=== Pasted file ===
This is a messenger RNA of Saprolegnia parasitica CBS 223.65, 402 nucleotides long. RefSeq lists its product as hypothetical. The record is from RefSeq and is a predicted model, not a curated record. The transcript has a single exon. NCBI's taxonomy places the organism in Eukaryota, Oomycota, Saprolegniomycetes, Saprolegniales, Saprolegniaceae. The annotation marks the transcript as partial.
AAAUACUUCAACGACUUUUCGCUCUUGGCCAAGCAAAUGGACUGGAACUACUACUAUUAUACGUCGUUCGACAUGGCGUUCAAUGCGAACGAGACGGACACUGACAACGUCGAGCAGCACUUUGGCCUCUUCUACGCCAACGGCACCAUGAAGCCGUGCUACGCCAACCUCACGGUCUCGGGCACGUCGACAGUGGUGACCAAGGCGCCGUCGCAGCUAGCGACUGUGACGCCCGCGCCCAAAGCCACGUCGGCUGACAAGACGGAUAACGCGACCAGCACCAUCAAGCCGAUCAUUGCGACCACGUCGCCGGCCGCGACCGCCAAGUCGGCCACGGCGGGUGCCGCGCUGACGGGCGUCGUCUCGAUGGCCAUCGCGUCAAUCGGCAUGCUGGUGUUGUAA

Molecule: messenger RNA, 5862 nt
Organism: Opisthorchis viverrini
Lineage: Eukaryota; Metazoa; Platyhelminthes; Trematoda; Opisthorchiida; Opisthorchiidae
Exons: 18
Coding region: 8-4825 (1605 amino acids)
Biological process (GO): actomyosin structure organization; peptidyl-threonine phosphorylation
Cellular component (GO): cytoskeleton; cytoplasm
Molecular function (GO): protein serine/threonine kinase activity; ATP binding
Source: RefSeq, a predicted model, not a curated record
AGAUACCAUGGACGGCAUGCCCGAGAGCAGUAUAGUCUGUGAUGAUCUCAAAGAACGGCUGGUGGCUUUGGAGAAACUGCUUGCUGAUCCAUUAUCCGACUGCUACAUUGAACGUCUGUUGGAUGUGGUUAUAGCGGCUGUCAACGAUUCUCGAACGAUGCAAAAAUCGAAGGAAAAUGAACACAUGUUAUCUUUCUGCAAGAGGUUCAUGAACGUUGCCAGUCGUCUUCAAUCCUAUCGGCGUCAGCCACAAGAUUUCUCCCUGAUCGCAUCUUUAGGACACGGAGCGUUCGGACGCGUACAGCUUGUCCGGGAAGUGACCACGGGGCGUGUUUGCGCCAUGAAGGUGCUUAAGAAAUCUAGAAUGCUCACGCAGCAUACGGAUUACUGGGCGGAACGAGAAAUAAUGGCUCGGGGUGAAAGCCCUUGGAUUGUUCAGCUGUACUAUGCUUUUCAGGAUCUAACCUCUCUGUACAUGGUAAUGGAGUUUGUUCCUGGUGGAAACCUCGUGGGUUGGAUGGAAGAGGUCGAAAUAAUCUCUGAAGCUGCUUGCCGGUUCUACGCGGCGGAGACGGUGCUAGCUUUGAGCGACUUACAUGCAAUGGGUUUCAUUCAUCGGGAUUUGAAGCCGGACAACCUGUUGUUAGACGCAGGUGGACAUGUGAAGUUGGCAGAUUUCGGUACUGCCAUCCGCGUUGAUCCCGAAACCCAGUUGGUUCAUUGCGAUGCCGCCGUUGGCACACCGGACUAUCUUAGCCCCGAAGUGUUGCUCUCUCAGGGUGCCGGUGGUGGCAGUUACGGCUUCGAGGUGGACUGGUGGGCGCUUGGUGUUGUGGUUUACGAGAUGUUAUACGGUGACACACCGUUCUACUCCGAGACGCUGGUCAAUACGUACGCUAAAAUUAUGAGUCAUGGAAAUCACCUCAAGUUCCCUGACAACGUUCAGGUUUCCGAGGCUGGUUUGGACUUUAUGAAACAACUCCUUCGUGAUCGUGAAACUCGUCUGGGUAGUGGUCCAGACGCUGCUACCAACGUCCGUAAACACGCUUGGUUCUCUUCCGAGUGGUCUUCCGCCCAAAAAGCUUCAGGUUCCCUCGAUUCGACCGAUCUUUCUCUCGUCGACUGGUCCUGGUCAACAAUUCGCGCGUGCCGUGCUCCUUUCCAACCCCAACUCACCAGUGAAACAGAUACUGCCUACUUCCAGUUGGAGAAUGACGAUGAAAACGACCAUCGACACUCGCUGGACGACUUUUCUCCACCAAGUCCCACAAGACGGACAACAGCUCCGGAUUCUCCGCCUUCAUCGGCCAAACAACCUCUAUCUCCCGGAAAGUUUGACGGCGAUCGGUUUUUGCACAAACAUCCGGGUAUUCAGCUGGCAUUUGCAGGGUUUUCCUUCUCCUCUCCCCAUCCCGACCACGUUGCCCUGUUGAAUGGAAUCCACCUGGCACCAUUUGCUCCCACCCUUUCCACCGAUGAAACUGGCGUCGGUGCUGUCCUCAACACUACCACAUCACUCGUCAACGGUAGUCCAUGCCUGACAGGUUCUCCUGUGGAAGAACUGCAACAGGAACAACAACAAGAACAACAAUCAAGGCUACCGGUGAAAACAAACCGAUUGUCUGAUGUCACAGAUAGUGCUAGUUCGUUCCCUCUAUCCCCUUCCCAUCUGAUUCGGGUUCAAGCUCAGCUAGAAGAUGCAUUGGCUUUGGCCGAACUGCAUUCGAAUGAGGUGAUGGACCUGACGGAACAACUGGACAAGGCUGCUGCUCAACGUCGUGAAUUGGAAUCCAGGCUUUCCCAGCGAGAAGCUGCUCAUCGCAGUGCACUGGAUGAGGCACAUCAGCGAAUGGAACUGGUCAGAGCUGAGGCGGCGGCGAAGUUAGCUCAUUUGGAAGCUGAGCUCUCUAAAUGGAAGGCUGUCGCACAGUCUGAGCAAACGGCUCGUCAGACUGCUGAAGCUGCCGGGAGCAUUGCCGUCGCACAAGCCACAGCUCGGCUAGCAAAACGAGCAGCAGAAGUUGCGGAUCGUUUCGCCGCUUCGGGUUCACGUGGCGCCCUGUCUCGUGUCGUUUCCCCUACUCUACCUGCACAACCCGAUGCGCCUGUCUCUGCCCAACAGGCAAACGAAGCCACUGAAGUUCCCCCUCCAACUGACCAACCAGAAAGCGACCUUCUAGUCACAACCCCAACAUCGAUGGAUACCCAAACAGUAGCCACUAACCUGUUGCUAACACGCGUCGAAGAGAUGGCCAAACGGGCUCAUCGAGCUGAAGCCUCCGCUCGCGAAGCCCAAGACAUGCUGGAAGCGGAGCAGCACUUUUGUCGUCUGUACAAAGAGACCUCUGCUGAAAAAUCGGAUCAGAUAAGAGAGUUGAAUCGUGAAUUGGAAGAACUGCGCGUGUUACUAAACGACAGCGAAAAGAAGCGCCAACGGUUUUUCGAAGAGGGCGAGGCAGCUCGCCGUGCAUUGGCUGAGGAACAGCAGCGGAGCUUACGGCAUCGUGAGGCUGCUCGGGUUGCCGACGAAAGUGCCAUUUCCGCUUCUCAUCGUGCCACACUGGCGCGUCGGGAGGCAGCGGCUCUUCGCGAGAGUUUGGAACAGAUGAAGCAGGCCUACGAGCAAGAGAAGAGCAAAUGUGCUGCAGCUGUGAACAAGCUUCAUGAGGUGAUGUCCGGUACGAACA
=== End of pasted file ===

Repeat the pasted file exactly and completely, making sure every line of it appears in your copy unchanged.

This is a messenger RNA of Saprolegnia parasitica CBS 223.65, 402 nucleotides long. RefSeq lists its product as hypothetical. The record is from RefSeq and is a predicted model, not a curated record. The transcript has a single exon. NCBI's taxonomy places the organism in Eukaryota, Oomycota, Saprolegniomycetes, Saprolegniales, Saprolegniaceae. The annotation marks the transcript as partial.
AAAUACUUCAACGACUUUUCGCUCUUGGCCAAGCAAAUGGACUGGAACUACUACUAUUAUACGUCGUUCGACAUGGCGUUCAAUGCGAACGAGACGGACACUGACAACGUCGAGCAGCACUUUGGCCUCUUCUACGCCAACGGCACCAUGAAGCCGUGCUACGCCAACCUCACGGUCUCGGGCACGUCGACAGUGGUGACCAAGGCGCCGUCGCAGCUAGCGACUGUGACGCCCGCGCCCAAAGCCACGUCGGCUGACAAGACGGAUAACGCGACCAGCACCAUCAAGCCGAUCAUUGCGACCACGUCGCCGGCCGCGACCGCCAAGUCGGCCACGGCGGGUGCCGCGCUGACGGGCGUCGUCUCGAUGGCCAUCGCGUCAAUCGGCAUGCUGGUGUUGUAA

Molecule: messenger RNA, 5862 nt
Organism: Opisthorchis viverrini
Lineage: Eukaryota; Metazoa; Platyhelminthes; Trematoda; Opisthorchiida; Opisthorchiidae
Exons: 18
Coding region: 8-4825 (1605 amino acids)
Biological process (GO): actomyosin structure organization; peptidyl-threonine phosphorylation
Cellular component (GO): cytoskeleton; cytoplasm
Molecular function (GO): protein serine/threonine kinase activity; ATP binding
Source: RefSeq, a predicted model, not a curated record
AGAUACCAUGGACGGCAUGCCCGAGAGCAGUAUAGUCUGUGAUGAUCUCAAAGAACGGCUGGUGGCUUUGGAGAAACUGCUUGCUGAUCCAUUAUCCGACUGCUACAUUGAACGUCUGUUGGAUGUGGUUAUAGCGGCUGUCAACGAUUCUCGAACGAUGCAAAAAUCGAAGGAAAAUGAACACAUGUUAUCUUUCUGCAAGAGGUUCAUGAACGUUGCCAGUCGUCUUCAAUCCUAUCGGCGUCAGCCACAAGAUUUCUCCCUGAUCGCAUCUUUAGGACACGGAGCGUUCGGACGCGUACAGCUUGUCCGGGAAGUGACCACGGGGCGUGUUUGCGCCAUGAAGGUGCUUAAGAAAUCUAGAAUGCUCACGCAGCAUACGGAUUACUGGGCGGAACGAGAAAUAAUGGCUCGGGGUGAAAGCCCUUGGAUUGUUCAGCUGUACUAUGCUUUUCAGGAUCUAACCUCUCUGUACAUGGUAAUGGAGUUUGUUCCUGGUGGAAACCUCGUGGGUUGGAUGGAAGAGGUCGAAAUAAUCUCUGAAGCUGCUUGCCGGUUCUACGCGGCGGAGACGGUGCUAGCUUUGAGCGACUUACAUGCAAUGGGUUUCAUUCAUCGGGAUUUGAAGCCGGACAACCUGUUGUUAGACGCAGGUGGACAUGUGAAGUUGGCAGAUUUCGGUACUGCCAUCCGCGUUGAUCCCGAAACCCAGUUGGUUCAUUGCGAUGCCGCCGUUGGCACACCGGACUAUCUUAGCCCCGAAGUGUUGCUCUCUCAGGGUGCCGGUGGUGGCAGUUACGGCUUCGAGGUGGACUGGUGGGCGCUUGGUGUUGUGGUUUACGAGAUGUUAUACGGUGACACACCGUUCUACUCCGAGACGCUGGUCAAUACGUACGCUAAAAUUAUGAGUCAUGGAAAUCACCUCAAGUUCCCUGACAACGUUCAGGUUUCCGAGGCUGGUUUGGACUUUAUGAAACAACUCCUUCGUGAUCGUGAAACUCGUCUGGGUAGUGGUCCAGACGCUGCUACCAACGUCCGUAAACACGCUUGGUUCUCUUCCGAGUGGUCUUCCGCCCAAAAAGCUUCAGGUUCCCUCGAUUCGACCGAUCUUUCUCUCGUCGACUGGUCCUGGUCAACAAUUCGCGCGUGCCGUGCUCCUUUCCAACCCCAACUCACCAGUGAAACAGAUACUGCCUACUUCCAGUUGGAGAAUGACGAUGAAAACGACCAUCGACACUCGCUGGACGACUUUUCUCCACCAAGUCCCACAAGACGGACAACAGCUCCGGAUUCUCCGCCUUCAUCGGCCAAACAACCUCUAUCUCCCGGAAAGUUUGACGGCGAUCGGUUUUUGCACAAACAUCCGGGUAUUCAGCUGGCAUUUGCAGGGUUUUCCUUCUCCUCUCCCCAUCCCGACCACGUUGCCCUGUUGAAUGGAAUCCACCUGGCACCAUUUGCUCCCACCCUUUCCACCGAUGAAACUGGCGUCGGUGCUGUCCUCAACACUACCACAUCACUCGUCAACGGUAGUCCAUGCCUGACAGGUUCUCCUGUGGAAGAACUGCAACAGGAACAACAACAAGAACAACAAUCAAGGCUACCGGUGAAAACAAACCGAUUGUCUGAUGUCACAGAUAGUGCUAGUUCGUUCCCUCUAUCCCCUUCCCAUCUGAUUCGGGUUCAAGCUCAGCUAGAAGAUGCAUUGGCUUUGGCCGAACUGCAUUCGAAUGAGGUGAUGGACCUGACGGAACAACUGGACAAGGCUGCUGCUCAACGUCGUGAAUUGGAAUCCAGGCUUUCCCAGCGAGAAGCUGCUCAUCGCAGUGCACUGGAUGAGGCACAUCAGCGAAUGGAACUGGUCAGAGCUGAGGCGGCGGCGAAGUUAGCUCAUUUGGAAGCUGAGCUCUCUAAAUGGAAGGCUGUCGCACAGUCUGAGCAAACGGCUCGUCAGACUGCUGAAGCUGCCGGGAGCAUUGCCGUCGCACAAGCCACAGCUCGGCUAGCAAAACGAGCAGCAGAAGUUGCGGAUCGUUUCGCCGCUUCGGGUUCACGUGGCGCCCUGUCUCGUGUCGUUUCCCCUACUCUACCUGCACAACCCGAUGCGCCUGUCUCUGCCCAACAGGCAAACGAAGCCACUGAAGUUCCCCCUCCAACUGACCAACCAGAAAGCGACCUUCUAGUCACAACCCCAACAUCGAUGGAUACCCAAACAGUAGCCACUAACCUGUUGCUAACACGCGUCGAAGAGAUGGCCAAACGGGCUCAUCGAGCUGAAGCCUCCGCUCGCGAAGCCCAAGACAUGCUGGAAGCGGAGCAGCACUUUUGUCGUCUGUACAAAGAGACCUCUGCUGAAAAAUCGGAUCAGAUAAGAGAGUUGAAUCGUGAAUUGGAAGAACUGCGCGUGUUACUAAACGACAGCGAAAAGAAGCGCCAACGGUUUUUCGAAGAGGGCGAGGCAGCUCGCCGUGCAUUGGCUGAGGAACAGCAGCGGAGCUUACGGCAUCGUGAGGCUGCUCGGGUUGCCGACGAAAGUGCCAUUUCCGCUUCUCAUCGUGCCACACUGGCGCGUCGGGAGGCAGCGGCUCUUCGCGAGAGUUUGGAACAGAUGAAGCAGGCCUACGAGCAAGAGAAGAGCAAAUGUGCUGCAGCUGUGAACAAGCUUCAUGAGGUGAUGUCCGGUACGAACA